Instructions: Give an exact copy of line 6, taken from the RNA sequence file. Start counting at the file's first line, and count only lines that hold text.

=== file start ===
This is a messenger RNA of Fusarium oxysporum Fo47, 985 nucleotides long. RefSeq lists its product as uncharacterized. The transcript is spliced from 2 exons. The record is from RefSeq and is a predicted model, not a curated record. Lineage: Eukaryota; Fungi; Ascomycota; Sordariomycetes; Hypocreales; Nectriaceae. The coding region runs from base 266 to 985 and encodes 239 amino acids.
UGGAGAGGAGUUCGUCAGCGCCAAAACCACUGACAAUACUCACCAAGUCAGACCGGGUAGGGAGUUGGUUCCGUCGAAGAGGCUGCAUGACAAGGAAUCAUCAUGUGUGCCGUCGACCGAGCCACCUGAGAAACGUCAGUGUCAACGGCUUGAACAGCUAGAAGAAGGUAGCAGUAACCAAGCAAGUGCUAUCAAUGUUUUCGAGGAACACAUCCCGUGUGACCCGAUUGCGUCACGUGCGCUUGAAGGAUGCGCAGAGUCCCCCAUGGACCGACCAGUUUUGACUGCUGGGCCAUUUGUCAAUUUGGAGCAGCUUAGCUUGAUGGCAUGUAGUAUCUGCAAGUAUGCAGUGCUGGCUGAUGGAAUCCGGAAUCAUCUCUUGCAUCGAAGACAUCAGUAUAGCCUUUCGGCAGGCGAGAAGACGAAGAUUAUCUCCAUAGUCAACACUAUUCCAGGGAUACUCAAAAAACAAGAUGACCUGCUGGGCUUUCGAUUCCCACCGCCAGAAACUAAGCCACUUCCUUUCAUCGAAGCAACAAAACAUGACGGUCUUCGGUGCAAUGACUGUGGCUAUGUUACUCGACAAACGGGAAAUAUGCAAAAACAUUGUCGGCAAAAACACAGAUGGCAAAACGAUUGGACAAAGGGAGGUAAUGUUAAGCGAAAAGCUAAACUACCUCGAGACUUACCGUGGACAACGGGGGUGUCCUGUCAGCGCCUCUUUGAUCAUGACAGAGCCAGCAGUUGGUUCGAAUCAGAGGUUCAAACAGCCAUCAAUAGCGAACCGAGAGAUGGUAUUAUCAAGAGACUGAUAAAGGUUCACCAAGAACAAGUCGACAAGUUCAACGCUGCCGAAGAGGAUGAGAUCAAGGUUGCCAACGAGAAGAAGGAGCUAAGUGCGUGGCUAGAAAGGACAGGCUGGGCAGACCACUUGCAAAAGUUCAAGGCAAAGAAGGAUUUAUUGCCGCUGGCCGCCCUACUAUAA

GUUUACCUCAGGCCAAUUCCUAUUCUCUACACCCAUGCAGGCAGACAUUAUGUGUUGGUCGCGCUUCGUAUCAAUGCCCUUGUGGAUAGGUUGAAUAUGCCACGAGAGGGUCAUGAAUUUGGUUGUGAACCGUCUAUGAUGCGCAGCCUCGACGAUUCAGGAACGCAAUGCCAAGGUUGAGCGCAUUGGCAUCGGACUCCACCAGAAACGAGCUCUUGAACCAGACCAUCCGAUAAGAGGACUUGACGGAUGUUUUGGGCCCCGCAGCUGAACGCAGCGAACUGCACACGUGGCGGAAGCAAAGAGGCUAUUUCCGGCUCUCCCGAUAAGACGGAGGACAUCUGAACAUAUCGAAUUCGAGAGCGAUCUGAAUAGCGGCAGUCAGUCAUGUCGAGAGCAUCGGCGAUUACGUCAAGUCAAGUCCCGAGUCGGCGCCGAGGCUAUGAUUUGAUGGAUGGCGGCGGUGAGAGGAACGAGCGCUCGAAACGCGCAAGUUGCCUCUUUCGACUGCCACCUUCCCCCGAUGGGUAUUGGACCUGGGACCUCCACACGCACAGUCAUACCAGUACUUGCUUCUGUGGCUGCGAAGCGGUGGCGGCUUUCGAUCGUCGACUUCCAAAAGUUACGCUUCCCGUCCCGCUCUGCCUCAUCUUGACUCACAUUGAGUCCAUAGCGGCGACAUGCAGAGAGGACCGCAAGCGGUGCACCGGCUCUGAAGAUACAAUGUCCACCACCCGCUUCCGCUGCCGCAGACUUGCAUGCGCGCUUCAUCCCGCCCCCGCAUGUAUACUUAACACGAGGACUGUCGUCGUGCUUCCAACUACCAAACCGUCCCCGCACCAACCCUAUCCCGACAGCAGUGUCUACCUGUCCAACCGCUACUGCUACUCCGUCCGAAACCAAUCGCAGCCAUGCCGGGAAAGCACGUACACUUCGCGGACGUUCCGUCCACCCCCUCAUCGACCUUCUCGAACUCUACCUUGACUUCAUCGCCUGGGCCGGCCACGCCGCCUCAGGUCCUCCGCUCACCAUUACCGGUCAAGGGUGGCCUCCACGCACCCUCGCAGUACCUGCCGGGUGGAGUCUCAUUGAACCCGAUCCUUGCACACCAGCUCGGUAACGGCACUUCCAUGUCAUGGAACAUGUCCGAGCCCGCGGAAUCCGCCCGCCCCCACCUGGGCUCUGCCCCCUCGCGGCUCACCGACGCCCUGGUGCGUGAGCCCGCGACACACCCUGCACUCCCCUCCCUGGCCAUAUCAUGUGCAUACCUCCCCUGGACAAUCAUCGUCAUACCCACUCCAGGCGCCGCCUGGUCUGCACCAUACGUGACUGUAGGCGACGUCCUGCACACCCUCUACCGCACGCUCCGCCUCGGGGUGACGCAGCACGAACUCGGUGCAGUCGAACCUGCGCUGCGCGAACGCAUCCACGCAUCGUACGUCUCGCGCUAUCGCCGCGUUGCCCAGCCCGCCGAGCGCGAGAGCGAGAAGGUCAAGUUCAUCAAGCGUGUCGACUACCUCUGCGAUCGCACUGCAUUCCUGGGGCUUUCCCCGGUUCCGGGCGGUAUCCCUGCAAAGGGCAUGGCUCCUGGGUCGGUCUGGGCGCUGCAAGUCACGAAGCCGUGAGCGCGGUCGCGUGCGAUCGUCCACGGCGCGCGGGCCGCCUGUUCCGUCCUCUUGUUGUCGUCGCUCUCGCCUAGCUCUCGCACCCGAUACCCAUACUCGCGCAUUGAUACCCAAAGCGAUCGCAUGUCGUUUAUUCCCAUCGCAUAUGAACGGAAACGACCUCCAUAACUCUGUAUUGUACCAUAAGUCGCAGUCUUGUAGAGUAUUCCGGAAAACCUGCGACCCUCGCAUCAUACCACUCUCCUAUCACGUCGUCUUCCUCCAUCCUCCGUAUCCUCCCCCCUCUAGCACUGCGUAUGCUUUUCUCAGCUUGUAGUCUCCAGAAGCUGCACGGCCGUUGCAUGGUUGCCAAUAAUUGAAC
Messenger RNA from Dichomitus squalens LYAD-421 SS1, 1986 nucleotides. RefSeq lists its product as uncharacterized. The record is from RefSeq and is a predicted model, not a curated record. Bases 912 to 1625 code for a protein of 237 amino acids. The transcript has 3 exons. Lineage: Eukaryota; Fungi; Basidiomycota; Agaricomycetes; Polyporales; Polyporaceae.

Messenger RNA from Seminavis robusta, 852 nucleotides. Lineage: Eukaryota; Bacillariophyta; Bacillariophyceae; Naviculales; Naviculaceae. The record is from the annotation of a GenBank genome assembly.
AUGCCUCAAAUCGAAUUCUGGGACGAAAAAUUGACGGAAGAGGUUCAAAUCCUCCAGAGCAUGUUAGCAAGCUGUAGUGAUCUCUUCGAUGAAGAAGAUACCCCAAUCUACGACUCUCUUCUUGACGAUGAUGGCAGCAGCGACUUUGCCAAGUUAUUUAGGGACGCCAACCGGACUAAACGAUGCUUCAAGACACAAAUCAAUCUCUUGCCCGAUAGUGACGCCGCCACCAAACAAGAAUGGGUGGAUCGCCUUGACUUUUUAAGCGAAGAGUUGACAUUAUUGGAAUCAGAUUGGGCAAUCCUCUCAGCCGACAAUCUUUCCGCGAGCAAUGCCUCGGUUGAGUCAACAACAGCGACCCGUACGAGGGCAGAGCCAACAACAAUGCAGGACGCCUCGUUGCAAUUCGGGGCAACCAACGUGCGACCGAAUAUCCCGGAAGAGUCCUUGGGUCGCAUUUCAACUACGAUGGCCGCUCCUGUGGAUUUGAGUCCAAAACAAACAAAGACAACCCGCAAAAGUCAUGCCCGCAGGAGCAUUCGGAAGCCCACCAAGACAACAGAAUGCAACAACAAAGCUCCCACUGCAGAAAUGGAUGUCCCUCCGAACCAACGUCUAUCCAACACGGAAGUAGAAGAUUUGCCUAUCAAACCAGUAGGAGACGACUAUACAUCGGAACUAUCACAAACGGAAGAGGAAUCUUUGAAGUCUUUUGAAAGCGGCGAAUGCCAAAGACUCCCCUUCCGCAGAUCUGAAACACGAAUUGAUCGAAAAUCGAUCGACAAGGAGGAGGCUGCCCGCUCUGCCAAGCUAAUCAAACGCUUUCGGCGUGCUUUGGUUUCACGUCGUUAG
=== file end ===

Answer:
AUGCCUCAAAUCGAAUUCUGGGACGAAAAAUUGACGGAAGAGGUUCAAAUCCUCCAGAGCAUGUUAGCAAGCUGUAGUGAUCUCUUCGAUGAAGAAGAUACCCCAAUCUACGACUCUCUUCUUGACGAUGAUGGCAGCAGCGACUUUGCCAAGUUAUUUAGGGACGCCAACCGGACUAAACGAUGCUUCAAGACACAAAUCAAUCUCUUGCCCGAUAGUGACGCCGCCACCAAACAAGAAUGGGUGGAUCGCCUUGACUUUUUAAGCGAAGAGUUGACAUUAUUGGAAUCAGAUUGGGCAAUCCUCUCAGCCGACAAUCUUUCCGCGAGCAAUGCCUCGGUUGAGUCAACAACAGCGACCCGUACGAGGGCAGAGCCAACAACAAUGCAGGACGCCUCGUUGCAAUUCGGGGCAACCAACGUGCGACCGAAUAUCCCGGAAGAGUCCUUGGGUCGCAUUUCAACUACGAUGGCCGCUCCUGUGGAUUUGAGUCCAAAACAAACAAAGACAACCCGCAAAAGUCAUGCCCGCAGGAGCAUUCGGAAGCCCACCAAGACAACAGAAUGCAACAACAAAGCUCCCACUGCAGAAAUGGAUGUCCCUCCGAACCAACGUCUAUCCAACACGGAAGUAGAAGAUUUGCCUAUCAAACCAGUAGGAGACGACUAUACAUCGGAACUAUCACAAACGGAAGAGGAAUCUUUGAAGUCUUUUGAAAGCGGCGAAUGCCAAAGACUCCCCUUCCGCAGAUCUGAAACACGAAUUGAUCGAAAAUCGAUCGACAAGGAGGAGGCUGCCCGCUCUGCCAAGCUAAUCAAACGCUUUCGGCGUGCUUUGGUUUCACGUCGUUAG